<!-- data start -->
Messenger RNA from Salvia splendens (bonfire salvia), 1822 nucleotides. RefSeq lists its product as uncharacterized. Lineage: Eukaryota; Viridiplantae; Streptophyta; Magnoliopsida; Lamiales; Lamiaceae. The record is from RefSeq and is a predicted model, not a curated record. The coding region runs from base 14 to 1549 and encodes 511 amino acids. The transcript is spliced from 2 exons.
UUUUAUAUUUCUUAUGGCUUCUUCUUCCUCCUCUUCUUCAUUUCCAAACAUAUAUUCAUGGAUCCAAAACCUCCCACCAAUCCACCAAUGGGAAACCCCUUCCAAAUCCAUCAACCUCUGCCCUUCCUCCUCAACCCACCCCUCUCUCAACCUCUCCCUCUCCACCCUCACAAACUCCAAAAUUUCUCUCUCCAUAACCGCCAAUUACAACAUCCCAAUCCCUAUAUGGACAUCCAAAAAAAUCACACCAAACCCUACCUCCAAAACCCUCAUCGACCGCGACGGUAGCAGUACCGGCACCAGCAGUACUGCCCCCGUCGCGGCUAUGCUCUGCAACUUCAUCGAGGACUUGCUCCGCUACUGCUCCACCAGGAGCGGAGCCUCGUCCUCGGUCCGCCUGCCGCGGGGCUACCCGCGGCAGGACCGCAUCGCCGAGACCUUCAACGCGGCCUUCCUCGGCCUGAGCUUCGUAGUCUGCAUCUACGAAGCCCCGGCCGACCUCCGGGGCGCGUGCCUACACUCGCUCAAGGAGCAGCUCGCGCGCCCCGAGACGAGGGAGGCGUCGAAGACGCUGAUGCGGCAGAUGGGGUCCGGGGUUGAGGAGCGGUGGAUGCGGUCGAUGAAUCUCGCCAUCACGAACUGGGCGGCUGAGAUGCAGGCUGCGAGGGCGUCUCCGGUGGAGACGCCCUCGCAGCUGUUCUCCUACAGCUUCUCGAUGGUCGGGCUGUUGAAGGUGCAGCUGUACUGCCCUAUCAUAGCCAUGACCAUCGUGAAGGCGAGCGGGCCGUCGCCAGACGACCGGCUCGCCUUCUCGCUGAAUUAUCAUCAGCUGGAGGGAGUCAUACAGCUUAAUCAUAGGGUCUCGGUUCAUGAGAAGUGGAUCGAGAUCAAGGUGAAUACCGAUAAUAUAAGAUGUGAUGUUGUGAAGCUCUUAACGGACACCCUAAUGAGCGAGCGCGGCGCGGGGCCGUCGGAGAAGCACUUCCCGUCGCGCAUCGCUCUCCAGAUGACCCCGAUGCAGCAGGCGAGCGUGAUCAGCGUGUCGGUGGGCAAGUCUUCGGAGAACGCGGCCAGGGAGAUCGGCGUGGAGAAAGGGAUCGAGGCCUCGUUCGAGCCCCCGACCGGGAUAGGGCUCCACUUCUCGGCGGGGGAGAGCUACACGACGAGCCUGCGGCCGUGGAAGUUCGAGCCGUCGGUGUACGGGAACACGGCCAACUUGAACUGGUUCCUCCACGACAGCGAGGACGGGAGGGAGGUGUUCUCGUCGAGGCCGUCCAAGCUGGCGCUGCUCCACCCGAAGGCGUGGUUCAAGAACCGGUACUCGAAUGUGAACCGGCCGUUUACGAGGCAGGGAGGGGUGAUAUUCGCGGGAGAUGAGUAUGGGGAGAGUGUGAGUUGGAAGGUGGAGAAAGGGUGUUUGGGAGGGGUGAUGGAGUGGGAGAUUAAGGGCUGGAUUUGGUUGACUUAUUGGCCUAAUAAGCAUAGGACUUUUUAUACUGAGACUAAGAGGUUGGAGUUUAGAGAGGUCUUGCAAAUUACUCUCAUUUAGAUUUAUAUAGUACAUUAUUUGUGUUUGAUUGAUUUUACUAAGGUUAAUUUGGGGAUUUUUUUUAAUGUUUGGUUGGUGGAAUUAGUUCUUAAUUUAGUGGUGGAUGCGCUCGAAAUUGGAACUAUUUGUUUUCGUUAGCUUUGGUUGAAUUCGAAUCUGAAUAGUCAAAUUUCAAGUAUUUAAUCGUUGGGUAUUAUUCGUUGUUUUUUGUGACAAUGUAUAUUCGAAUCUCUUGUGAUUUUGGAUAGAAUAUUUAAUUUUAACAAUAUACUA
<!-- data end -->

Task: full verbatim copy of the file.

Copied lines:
Messenger RNA from Salvia splendens (bonfire salvia), 1822 nucleotides. RefSeq lists its product as uncharacterized. Lineage: Eukaryota; Viridiplantae; Streptophyta; Magnoliopsida; Lamiales; Lamiaceae. The record is from RefSeq and is a predicted model, not a curated record. The coding region runs from base 14 to 1549 and encodes 511 amino acids. The transcript is spliced from 2 exons.
UUUUAUAUUUCUUAUGGCUUCUUCUUCCUCCUCUUCUUCAUUUCCAAACAUAUAUUCAUGGAUCCAAAACCUCCCACCAAUCCACCAAUGGGAAACCCCUUCCAAAUCCAUCAACCUCUGCCCUUCCUCCUCAACCCACCCCUCUCUCAACCUCUCCCUCUCCACCCUCACAAACUCCAAAAUUUCUCUCUCCAUAACCGCCAAUUACAACAUCCCAAUCCCUAUAUGGACAUCCAAAAAAAUCACACCAAACCCUACCUCCAAAACCCUCAUCGACCGCGACGGUAGCAGUACCGGCACCAGCAGUACUGCCCCCGUCGCGGCUAUGCUCUGCAACUUCAUCGAGGACUUGCUCCGCUACUGCUCCACCAGGAGCGGAGCCUCGUCCUCGGUCCGCCUGCCGCGGGGCUACCCGCGGCAGGACCGCAUCGCCGAGACCUUCAACGCGGCCUUCCUCGGCCUGAGCUUCGUAGUCUGCAUCUACGAAGCCCCGGCCGACCUCCGGGGCGCGUGCCUACACUCGCUCAAGGAGCAGCUCGCGCGCCCCGAGACGAGGGAGGCGUCGAAGACGCUGAUGCGGCAGAUGGGGUCCGGGGUUGAGGAGCGGUGGAUGCGGUCGAUGAAUCUCGCCAUCACGAACUGGGCGGCUGAGAUGCAGGCUGCGAGGGCGUCUCCGGUGGAGACGCCCUCGCAGCUGUUCUCCUACAGCUUCUCGAUGGUCGGGCUGUUGAAGGUGCAGCUGUACUGCCCUAUCAUAGCCAUGACCAUCGUGAAGGCGAGCGGGCCGUCGCCAGACGACCGGCUCGCCUUCUCGCUGAAUUAUCAUCAGCUGGAGGGAGUCAUACAGCUUAAUCAUAGGGUCUCGGUUCAUGAGAAGUGGAUCGAGAUCAAGGUGAAUACCGAUAAUAUAAGAUGUGAUGUUGUGAAGCUCUUAACGGACACCCUAAUGAGCGAGCGCGGCGCGGGGCCGUCGGAGAAGCACUUCCCGUCGCGCAUCGCUCUCCAGAUGACCCCGAUGCAGCAGGCGAGCGUGAUCAGCGUGUCGGUGGGCAAGUCUUCGGAGAACGCGGCCAGGGAGAUCGGCGUGGAGAAAGGGAUCGAGGCCUCGUUCGAGCCCCCGACCGGGAUAGGGCUCCACUUCUCGGCGGGGGAGAGCUACACGACGAGCCUGCGGCCGUGGAAGUUCGAGCCGUCGGUGUACGGGAACACGGCCAACUUGAACUGGUUCCUCCACGACAGCGAGGACGGGAGGGAGGUGUUCUCGUCGAGGCCGUCCAAGCUGGCGCUGCUCCACCCGAAGGCGUGGUUCAAGAACCGGUACUCGAAUGUGAACCGGCCGUUUACGAGGCAGGGAGGGGUGAUAUUCGCGGGAGAUGAGUAUGGGGAGAGUGUGAGUUGGAAGGUGGAGAAAGGGUGUUUGGGAGGGGUGAUGGAGUGGGAGAUUAAGGGCUGGAUUUGGUUGACUUAUUGGCCUAAUAAGCAUAGGACUUUUUAUACUGAGACUAAGAGGUUGGAGUUUAGAGAGGUCUUGCAAAUUACUCUCAUUUAGAUUUAUAUAGUACAUUAUUUGUGUUUGAUUGAUUUUACUAAGGUUAAUUUGGGGAUUUUUUUUAAUGUUUGGUUGGUGGAAUUAGUUCUUAAUUUAGUGGUGGAUGCGCUCGAAAUUGGAACUAUUUGUUUUCGUUAGCUUUGGUUGAAUUCGAAUCUGAAUAGUCAAAUUUCAAGUAUUUAAUCGUUGGGUAUUAUUCGUUGUUUUUUGUGACAAUGUAUAUUCGAAUCUCUUGUGAUUUUGGAUAGAAUAUUUAAUUUUAACAAUAUACUA